The Wings of Morning -
A Torah Review
Yaacov Dovid Shulman
|WINGS OF MORNING
Volume VI, Issue 19
Beshalach, January 2002
Unless otherwise noted, translations and original material copyright © 2001 by Yaacov Dovid Shulman (firstname.lastname@example.org).
* Forming a Group for Spiritual Growth (Continued)
* The Ohr Hachaim and the Blood Libel (Conclusion)
* Not Shadows (Part i)
* An Islamic Militant Opened Fire in Jerusalem Today
by Rabbi Kalonymus Kalman Shapiro (the Pieszesner Rebbe)
Besides this–and the following is crucial–when there are Hasidim who understand and engage in Hasidic worship (i.e., when the light, holiness and service of Hasidism are drawn down to enter this world in various places), then even laymen and simple folk who travel to a rebbe draw down spiritual sustenance and are called Hasidim. This can be compared to the holiness of the Temple: even a simple person, a farm laborer at the border of the land of Israel with his hoe and scythe, was able to draw sustenance from the holiness that was manifested in the Temple.
But this does not occur when there are no Hasidim who truly understand Hasidism and engage in its service. When people do not know what Hasidism is and do not engage in its service–whether or not they are engaged in Torah study–how can they be called Hasidim, just because they have a rebbe to whom they go? Has Hasidism nowadays been transformed, or has a new Hasidism been revealed, one that no longer demands that people understand it and engage in Hasidic worship? Nowadays, can one still be called a Hasid with no need for comprehension or proper service (heaven forbid)? Such Hasidim–even if they are headed by an exclusive group–do not do their rebbe any good, nor does their absence take anything away.
In this regard, Rabbi Chanina said, "I learned much Torah from my rabbis, more from my colleagues, but most of all from my students" (Taanit 7). To such an extent do true students help their teacher. And when they are absent (heaven forbid), what are we taught? [When the Jews danced before the golden calf,] "Hashem spoke to Moshe: ‘Go, descend.'" Rabbi Elazar explained that "the Holy One, blessed be He, told Moshe, ‘Moshe, descend from your greatness. I did not give you greatness for any other reason than for the sake of the Jewish people'" (Brachot 32).
See how important and necessary it is to have a group dedicated to [spiritual] service in general and particularly in Hasidism. The holy sefer, Me'or Vashemesh (Teitzei), teaches that "in previous generations, before the radiance of the light of the path of the Baal Shem Tov spread throughout the world, if a person's heart was touched by the fear of God he would close himself off in his room and engage in solitary meditation, eschewing the company of others...Some people fasted and engaged in self-mortification...However, although it is true that ‘the Merciful One desires the heart' and that whenever someone does something solely for the sake of God, this is pleasing to God, this is not the essential path in serving Him. Rather, the main and central post upon which everything depends and the content of the paths of proper return to God are to be found through loving fellowship, close friends and forming a close relationship with the tzaddikim of the generation...A person might imagine that when he is alone he can more readily awaken his heart to return and cling to God than when he is among friends and people in a group who are cognizant of him, and that in the company of others he will lose his connection [to God]. Nevertheless, it is more fitting and correct to strongly engage in loving fellowship...In this way, one can draw down illumination for many days...whereas when one remains alone, one succeeds only for the moment."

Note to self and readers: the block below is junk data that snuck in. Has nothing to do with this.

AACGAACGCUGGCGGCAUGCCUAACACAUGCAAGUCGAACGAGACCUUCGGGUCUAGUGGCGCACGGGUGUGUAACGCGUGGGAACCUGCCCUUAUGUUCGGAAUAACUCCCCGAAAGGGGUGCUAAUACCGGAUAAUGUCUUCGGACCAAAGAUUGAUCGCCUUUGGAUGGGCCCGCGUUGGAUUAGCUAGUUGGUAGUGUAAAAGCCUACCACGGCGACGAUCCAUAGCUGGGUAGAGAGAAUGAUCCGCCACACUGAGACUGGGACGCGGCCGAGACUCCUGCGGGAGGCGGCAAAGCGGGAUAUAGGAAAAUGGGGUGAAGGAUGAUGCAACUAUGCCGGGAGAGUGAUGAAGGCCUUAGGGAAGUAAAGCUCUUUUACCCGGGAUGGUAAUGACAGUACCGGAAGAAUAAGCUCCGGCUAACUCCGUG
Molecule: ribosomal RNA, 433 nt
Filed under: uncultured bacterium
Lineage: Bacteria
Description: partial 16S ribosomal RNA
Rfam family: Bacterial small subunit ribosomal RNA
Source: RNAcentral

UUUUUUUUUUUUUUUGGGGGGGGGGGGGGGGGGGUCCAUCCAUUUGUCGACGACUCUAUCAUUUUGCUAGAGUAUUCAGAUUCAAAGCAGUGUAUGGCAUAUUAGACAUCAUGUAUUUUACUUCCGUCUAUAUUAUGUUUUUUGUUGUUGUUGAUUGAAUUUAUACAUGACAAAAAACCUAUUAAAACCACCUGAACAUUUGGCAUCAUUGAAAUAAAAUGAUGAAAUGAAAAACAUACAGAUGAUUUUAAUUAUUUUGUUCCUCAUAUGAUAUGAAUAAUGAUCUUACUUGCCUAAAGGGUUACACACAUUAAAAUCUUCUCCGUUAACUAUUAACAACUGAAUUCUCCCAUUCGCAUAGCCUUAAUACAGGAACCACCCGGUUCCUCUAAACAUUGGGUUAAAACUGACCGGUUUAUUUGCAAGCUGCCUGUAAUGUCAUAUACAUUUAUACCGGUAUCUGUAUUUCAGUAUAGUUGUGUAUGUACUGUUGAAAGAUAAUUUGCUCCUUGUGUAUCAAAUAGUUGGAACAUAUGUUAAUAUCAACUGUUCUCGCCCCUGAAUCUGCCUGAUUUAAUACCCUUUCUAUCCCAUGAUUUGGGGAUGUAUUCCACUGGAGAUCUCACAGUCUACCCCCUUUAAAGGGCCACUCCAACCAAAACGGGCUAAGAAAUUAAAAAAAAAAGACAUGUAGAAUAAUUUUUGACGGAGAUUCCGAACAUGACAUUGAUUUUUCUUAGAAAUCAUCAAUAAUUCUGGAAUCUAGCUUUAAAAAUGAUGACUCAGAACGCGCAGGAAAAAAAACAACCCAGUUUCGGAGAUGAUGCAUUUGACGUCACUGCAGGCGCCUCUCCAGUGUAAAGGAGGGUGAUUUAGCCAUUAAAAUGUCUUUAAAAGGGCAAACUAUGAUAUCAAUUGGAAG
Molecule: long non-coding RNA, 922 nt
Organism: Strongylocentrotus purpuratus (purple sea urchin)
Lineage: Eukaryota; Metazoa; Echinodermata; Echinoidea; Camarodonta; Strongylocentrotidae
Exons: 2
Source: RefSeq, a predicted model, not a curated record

Me'or Vashemesh states that even in the past, when people served God by fasting, self-affliction and closing themselves off in order to cling to God, service of God in a group was superior and remained with a person for a long period. And so certainly now in our generation, when there is no solitary meditative state, no fasting and no self-mortifications, a group is crucial in serving God–particularly, in the way of Hasidism.
And therefore I suggest that you break up into groups, each a holy fellowship of Hasidism.
Hakhsharat Ha'avreichim, p. 145
by Avraham Stern
The Ohr Hachaim asked him, "What kind of punishment does the minister deserve for this?"
"Death for treachery," replied the sultan.
The Ohr Hachaim told him, "Take your revolver and aim it straight at the minister so that it will kill only him." The sultan shot his revolver, and the mirror burst into tiny shards of broken glass.